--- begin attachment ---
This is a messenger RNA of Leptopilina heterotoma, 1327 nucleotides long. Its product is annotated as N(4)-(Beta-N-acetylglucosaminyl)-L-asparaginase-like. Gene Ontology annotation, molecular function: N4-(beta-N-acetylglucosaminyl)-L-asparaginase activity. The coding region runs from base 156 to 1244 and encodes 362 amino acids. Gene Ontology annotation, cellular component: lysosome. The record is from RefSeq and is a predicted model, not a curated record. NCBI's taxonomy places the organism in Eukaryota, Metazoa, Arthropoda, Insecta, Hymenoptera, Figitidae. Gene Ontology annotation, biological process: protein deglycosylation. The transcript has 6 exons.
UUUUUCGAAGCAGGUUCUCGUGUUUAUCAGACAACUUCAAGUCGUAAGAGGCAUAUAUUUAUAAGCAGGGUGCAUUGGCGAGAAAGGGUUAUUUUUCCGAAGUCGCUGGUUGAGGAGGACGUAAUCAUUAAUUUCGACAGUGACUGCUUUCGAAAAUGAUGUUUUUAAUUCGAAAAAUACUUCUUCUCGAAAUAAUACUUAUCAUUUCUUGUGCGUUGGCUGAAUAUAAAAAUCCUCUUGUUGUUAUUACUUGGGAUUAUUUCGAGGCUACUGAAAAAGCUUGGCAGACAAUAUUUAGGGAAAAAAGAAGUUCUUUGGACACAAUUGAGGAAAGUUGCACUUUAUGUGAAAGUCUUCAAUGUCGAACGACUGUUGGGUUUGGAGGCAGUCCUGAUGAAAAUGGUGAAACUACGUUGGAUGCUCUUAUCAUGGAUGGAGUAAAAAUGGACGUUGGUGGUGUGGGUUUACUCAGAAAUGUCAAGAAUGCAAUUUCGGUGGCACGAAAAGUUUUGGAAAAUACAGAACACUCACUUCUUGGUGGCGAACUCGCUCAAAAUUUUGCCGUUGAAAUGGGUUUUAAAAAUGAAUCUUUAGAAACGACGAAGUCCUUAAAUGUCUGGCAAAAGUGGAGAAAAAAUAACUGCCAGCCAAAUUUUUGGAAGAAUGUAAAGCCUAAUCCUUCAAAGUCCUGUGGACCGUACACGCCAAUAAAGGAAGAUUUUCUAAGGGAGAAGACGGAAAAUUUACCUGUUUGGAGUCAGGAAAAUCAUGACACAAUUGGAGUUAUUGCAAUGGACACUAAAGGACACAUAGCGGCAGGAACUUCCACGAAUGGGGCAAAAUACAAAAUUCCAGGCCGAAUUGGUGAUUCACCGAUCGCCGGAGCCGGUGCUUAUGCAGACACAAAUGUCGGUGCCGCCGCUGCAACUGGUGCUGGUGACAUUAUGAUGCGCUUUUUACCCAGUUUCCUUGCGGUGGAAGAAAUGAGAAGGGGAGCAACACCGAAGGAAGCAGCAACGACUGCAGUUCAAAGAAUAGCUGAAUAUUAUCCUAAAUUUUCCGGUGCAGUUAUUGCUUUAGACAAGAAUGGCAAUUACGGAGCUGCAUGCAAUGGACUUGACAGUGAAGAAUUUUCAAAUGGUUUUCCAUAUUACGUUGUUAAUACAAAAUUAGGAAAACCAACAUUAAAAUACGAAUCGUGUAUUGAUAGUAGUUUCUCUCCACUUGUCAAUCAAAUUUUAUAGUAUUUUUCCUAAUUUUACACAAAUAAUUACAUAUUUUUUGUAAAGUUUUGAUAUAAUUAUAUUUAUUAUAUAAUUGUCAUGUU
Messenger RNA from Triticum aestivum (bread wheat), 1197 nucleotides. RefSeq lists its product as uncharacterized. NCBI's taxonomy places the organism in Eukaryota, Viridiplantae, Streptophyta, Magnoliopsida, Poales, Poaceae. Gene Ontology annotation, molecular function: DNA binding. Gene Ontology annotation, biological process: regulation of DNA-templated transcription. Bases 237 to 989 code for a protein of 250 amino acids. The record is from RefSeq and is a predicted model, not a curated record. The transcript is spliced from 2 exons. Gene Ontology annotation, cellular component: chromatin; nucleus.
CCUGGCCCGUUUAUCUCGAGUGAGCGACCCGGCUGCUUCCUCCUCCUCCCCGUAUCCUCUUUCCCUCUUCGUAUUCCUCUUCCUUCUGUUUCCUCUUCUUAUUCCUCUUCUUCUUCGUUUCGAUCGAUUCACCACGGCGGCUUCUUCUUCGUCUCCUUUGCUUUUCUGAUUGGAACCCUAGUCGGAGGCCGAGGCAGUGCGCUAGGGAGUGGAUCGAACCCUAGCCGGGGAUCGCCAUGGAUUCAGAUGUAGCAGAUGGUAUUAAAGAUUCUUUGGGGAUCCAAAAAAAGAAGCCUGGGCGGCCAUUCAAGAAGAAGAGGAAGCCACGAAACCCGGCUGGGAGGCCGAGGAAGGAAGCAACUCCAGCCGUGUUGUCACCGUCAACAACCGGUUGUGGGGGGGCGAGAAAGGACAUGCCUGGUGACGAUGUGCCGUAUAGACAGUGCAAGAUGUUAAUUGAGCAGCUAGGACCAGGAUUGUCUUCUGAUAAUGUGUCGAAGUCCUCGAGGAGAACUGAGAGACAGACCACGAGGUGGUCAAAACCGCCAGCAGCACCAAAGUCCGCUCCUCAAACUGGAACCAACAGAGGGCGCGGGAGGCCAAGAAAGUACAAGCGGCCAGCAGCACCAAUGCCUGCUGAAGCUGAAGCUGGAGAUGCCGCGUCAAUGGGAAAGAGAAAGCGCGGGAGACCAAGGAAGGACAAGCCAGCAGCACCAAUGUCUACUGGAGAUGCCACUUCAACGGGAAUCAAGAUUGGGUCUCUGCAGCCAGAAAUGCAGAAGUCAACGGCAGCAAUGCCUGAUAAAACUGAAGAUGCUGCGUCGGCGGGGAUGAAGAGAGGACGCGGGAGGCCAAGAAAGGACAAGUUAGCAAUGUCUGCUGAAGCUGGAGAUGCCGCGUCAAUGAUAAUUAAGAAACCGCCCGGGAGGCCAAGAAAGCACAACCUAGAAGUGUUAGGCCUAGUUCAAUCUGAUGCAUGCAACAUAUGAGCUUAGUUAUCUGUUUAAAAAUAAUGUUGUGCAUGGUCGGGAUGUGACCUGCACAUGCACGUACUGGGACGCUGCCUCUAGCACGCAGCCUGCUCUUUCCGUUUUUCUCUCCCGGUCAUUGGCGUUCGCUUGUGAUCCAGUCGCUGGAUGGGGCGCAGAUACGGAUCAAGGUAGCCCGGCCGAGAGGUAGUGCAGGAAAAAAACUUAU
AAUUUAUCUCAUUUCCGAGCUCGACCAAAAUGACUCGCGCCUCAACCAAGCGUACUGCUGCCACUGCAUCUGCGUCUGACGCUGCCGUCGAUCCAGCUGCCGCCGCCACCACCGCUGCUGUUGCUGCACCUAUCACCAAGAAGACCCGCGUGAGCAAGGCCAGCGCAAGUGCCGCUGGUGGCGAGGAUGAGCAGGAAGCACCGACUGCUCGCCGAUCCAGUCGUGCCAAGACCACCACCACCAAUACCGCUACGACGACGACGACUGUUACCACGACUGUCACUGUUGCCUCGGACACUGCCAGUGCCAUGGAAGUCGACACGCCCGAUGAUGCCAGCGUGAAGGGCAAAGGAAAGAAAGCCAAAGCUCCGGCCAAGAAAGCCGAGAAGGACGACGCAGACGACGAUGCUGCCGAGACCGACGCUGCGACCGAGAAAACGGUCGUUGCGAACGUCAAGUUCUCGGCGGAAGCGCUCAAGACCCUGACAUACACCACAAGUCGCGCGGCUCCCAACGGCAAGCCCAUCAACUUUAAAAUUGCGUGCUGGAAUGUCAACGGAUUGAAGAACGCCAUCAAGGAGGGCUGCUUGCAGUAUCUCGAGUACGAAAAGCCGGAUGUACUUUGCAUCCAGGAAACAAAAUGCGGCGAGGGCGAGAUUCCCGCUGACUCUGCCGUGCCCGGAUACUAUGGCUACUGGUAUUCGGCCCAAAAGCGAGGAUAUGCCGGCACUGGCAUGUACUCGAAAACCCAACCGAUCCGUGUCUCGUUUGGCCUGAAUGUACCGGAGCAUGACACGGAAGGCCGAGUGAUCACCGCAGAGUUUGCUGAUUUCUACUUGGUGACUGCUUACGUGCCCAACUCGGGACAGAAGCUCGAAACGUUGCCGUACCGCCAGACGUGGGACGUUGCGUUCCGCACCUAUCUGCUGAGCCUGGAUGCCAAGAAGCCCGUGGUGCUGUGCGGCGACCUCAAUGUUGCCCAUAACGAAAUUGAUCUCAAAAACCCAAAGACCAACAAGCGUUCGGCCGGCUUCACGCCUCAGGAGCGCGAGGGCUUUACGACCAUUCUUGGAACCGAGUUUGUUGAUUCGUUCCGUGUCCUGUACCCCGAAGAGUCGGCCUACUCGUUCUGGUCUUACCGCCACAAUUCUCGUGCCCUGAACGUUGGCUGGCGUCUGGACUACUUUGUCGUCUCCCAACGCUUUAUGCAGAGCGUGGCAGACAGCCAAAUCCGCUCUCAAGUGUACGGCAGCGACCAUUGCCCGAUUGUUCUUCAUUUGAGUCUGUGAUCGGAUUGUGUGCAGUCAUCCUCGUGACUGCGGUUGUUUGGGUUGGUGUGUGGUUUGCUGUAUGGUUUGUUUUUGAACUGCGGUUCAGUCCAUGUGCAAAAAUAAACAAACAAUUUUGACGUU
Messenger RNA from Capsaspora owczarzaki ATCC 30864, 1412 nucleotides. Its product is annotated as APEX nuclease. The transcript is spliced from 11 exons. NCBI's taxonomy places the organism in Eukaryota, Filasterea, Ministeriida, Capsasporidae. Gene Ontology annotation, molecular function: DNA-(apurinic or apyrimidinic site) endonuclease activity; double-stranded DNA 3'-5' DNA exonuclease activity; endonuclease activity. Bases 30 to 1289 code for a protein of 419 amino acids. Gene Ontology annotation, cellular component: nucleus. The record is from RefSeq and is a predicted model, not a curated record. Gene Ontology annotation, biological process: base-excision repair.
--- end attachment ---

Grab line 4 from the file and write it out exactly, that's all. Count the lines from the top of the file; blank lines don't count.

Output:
CCUGGCCCGUUUAUCUCGAGUGAGCGACCCGGCUGCUUCCUCCUCCUCCCCGUAUCCUCUUUCCCUCUUCGUAUUCCUCUUCCUUCUGUUUCCUCUUCUUAUUCCUCUUCUUCUUCGUUUCGAUCGAUUCACCACGGCGGCUUCUUCUUCGUCUCCUUUGCUUUUCUGAUUGGAACCCUAGUCGGAGGCCGAGGCAGUGCGCUAGGGAGUGGAUCGAACCCUAGCCGGGGAUCGCCAUGGAUUCAGAUGUAGCAGAUGGUAUUAAAGAUUCUUUGGGGAUCCAAAAAAAGAAGCCUGGGCGGCCAUUCAAGAAGAAGAGGAAGCCACGAAACCCGGCUGGGAGGCCGAGGAAGGAAGCAACUCCAGCCGUGUUGUCACCGUCAACAACCGGUUGUGGGGGGGCGAGAAAGGACAUGCCUGGUGACGAUGUGCCGUAUAGACAGUGCAAGAUGUUAAUUGAGCAGCUAGGACCAGGAUUGUCUUCUGAUAAUGUGUCGAAGUCCUCGAGGAGAACUGAGAGACAGACCACGAGGUGGUCAAAACCGCCAGCAGCACCAAAGUCCGCUCCUCAAACUGGAACCAACAGAGGGCGCGGGAGGCCAAGAAAGUACAAGCGGCCAGCAGCACCAAUGCCUGCUGAAGCUGAAGCUGGAGAUGCCGCGUCAAUGGGAAAGAGAAAGCGCGGGAGACCAAGGAAGGACAAGCCAGCAGCACCAAUGUCUACUGGAGAUGCCACUUCAACGGGAAUCAAGAUUGGGUCUCUGCAGCCAGAAAUGCAGAAGUCAACGGCAGCAAUGCCUGAUAAAACUGAAGAUGCUGCGUCGGCGGGGAUGAAGAGAGGACGCGGGAGGCCAAGAAAGGACAAGUUAGCAAUGUCUGCUGAAGCUGGAGAUGCCGCGUCAAUGAUAAUUAAGAAACCGCCCGGGAGGCCAAGAAAGCACAACCUAGAAGUGUUAGGCCUAGUUCAAUCUGAUGCAUGCAACAUAUGAGCUUAGUUAUCUGUUUAAAAAUAAUGUUGUGCAUGGUCGGGAUGUGACCUGCACAUGCACGUACUGGGACGCUGCCUCUAGCACGCAGCCUGCUCUUUCCGUUUUUCUCUCCCGGUCAUUGGCGUUCGCUUGUGAUCCAGUCGCUGGAUGGGGCGCAGAUACGGAUCAAGGUAGCCCGGCCGAGAGGUAGUGCAGGAAAAAAACUUAU